Listening to a Science Friday podcast the other evening inspired me to get back to some of these quotes, referenced in prior entries. If we know that there is a direct, causal relationship between certain pesticides and increased incidence of cancer in humans, it seems reprehensible that we continue to use them. If the argument in favor of their use is economic, I urge the decision-makers to include consideration of treatment for the cancers caused in their analysis. To externalize these costs is beyond risky or dangerous; it's wrong and tantamount to mortgaging our future.
This from page 23 of Silent Spring: "The poison may also be passed on from mother to offspring. Insecticide residues have been recovered from human milk in samples tested by Food and Drug Administration scientists. This means that the breast-fed human infant is receiving small but regular additions to the load of toxic chemicals building up in his body."
I asked for organic milk at the coffee shop this morning. I was told, "We just have regular, horzontal milk." I think she was playing around a bit, but when she asked why, I told her that I didn't want chemicals ranging from pesticides to hormones in my latte. I then asked for skim, my reasoning being that, the lower the concentration of fat in the milk, te lower the dose of poison I would receive. I realized afterwads that a better option might have been soymilk.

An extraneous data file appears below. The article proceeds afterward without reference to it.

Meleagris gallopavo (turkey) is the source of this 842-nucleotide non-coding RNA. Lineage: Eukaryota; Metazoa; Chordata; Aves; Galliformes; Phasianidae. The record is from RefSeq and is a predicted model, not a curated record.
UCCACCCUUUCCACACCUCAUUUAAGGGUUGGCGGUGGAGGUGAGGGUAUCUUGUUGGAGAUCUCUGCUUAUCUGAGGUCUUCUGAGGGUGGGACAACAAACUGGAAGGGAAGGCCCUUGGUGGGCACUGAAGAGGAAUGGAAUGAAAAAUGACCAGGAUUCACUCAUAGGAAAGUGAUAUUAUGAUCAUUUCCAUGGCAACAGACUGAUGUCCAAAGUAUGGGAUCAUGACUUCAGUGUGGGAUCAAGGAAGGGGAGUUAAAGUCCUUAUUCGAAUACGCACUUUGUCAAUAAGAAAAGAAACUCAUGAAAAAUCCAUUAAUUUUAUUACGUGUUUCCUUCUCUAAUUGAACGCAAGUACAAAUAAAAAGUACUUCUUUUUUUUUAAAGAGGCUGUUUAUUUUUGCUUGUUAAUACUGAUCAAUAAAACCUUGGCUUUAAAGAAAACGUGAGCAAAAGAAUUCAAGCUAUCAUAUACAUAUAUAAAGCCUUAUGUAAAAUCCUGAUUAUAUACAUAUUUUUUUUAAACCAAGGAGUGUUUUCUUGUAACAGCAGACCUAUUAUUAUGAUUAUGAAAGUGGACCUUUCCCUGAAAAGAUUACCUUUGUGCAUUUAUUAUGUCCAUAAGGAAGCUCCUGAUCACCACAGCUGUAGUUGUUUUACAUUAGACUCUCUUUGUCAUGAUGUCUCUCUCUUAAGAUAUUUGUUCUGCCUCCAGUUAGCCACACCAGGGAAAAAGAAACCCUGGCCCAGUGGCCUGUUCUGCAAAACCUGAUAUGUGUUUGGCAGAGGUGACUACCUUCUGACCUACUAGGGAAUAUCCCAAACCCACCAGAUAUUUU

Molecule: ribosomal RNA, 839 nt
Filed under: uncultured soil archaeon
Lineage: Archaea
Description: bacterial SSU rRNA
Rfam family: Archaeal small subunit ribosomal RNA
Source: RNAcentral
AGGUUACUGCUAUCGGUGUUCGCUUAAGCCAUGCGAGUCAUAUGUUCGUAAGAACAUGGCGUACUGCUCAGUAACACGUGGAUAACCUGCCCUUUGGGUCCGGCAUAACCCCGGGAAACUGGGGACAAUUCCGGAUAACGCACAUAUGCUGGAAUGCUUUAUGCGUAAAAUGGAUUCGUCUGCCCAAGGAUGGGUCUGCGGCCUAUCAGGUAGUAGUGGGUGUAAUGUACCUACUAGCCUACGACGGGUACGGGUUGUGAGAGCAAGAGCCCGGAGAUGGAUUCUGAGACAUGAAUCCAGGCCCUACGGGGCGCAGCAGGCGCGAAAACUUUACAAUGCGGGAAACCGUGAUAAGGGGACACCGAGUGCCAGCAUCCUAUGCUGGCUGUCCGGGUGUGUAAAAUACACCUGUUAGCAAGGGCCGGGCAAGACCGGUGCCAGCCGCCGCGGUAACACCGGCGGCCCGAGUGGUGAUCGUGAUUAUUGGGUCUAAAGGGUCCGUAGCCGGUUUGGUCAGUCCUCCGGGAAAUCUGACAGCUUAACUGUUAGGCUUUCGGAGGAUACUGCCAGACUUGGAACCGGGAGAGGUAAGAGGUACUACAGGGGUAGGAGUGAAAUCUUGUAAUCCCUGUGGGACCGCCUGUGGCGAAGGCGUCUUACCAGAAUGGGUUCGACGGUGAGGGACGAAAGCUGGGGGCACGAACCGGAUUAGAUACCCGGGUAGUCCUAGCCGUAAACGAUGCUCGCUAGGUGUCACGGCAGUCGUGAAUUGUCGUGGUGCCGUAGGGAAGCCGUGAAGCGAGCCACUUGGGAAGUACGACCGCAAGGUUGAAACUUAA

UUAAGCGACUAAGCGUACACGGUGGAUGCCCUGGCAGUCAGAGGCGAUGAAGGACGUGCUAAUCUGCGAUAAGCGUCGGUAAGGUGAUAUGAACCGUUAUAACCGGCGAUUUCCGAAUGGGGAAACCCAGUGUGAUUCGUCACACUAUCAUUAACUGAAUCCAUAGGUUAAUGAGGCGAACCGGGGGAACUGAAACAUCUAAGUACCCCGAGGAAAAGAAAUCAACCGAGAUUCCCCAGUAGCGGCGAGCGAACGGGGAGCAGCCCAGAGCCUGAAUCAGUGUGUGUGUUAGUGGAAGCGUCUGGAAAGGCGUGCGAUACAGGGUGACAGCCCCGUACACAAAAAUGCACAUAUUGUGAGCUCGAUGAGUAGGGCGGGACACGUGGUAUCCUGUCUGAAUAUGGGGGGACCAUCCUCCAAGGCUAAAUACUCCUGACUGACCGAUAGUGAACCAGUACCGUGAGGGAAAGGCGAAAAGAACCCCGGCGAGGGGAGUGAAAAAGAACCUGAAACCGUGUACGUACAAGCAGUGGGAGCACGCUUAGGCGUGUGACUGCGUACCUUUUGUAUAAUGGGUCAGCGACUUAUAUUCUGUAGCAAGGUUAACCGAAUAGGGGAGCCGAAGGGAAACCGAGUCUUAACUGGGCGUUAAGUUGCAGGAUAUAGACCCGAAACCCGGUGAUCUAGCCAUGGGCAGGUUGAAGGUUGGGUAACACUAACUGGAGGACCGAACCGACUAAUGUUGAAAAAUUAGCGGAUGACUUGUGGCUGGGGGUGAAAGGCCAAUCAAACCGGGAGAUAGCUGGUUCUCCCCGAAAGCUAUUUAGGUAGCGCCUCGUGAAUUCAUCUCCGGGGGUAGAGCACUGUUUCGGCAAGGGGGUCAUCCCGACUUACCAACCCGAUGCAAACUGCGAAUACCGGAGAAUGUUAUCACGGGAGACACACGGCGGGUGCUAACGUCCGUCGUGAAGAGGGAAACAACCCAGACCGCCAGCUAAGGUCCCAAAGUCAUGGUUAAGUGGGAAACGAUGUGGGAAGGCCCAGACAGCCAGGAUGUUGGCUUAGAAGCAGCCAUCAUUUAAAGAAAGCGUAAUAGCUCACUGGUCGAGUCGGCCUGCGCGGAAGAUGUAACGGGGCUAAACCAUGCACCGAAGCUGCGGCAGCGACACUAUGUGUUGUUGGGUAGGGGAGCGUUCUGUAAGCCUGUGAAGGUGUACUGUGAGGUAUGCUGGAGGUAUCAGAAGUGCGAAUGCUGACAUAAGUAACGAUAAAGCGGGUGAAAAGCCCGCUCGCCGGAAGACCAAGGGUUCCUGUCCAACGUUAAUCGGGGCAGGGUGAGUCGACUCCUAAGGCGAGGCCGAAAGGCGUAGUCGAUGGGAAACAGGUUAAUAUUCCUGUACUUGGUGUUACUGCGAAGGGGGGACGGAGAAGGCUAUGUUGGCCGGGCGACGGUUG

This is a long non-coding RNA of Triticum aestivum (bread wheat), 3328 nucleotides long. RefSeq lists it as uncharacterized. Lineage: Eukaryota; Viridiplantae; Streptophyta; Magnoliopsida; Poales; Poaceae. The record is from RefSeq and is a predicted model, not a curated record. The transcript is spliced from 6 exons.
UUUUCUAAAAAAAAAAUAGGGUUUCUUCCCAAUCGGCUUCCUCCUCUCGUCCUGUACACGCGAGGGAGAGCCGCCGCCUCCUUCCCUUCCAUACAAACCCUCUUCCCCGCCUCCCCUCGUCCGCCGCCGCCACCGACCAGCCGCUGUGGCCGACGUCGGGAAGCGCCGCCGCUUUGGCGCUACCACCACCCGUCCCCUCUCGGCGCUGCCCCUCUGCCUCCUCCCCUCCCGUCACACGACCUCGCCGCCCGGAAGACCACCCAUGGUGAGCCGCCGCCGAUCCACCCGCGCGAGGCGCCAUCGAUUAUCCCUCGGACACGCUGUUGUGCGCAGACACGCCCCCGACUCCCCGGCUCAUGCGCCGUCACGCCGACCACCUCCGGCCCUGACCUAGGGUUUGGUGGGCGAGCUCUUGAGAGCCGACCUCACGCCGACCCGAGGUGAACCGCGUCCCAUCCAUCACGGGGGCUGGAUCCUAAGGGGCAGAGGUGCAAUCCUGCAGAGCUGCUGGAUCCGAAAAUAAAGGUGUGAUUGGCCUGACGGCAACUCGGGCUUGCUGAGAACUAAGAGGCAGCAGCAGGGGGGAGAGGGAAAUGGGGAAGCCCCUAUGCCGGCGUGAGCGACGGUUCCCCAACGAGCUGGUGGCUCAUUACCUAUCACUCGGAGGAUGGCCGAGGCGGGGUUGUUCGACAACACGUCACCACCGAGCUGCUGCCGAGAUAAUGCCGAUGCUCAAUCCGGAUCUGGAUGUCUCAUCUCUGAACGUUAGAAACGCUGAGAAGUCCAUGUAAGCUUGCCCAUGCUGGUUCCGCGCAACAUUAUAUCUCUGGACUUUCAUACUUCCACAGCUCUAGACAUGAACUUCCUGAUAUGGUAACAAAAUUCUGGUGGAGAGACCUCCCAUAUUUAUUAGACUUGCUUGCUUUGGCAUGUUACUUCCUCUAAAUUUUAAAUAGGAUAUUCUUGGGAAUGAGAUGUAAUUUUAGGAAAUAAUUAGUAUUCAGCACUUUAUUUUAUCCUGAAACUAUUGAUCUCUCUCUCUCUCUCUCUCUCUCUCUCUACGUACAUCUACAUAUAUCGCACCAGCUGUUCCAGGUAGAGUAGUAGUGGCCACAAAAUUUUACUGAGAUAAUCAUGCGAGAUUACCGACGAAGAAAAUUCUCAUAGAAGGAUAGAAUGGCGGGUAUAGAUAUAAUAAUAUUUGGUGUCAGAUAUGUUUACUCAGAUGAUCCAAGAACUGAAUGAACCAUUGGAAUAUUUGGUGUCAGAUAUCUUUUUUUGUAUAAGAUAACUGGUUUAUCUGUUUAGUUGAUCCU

This from page 24, also Silent Spring: "Heptachlor, one of the constituents of chlordane, is marketed as a separate formulation. It has a particularly high capacity for storage in fat. If the diet contains as little as 1/10 of 1 part per million there will be measurable amounts of heptachlor in the body. It also has the curious ability to undergo change into a chemically distinct substance known as heptachlor epoxide. It does this in soil and in the tissues of both plants and animals. Tests on birds indicate that the epoxide that results from this change is more toxic than the original chemical, which in turn is four times as toxic as chlordane."
I'll throw this out there, for what it's worth; I think it would be interesting for pharmaceutical companies to work closely with agriculture, perhaps providing free or subsidized healthcare (maybe use some of the $180M annual lobbying budget for the industry?) for farm workers. This is actually a twisted idea with pharma's best interests in mind; farm workers are the canaries in our food supply coal mine. The ill-effects of all the chemicals we use will be first and most strongly felt in this subgroup. Careful study would not only likely provide better healthcare for the oft-neglected group, but also provide useful data about the impacts we can expect to be dealing with in a few years time.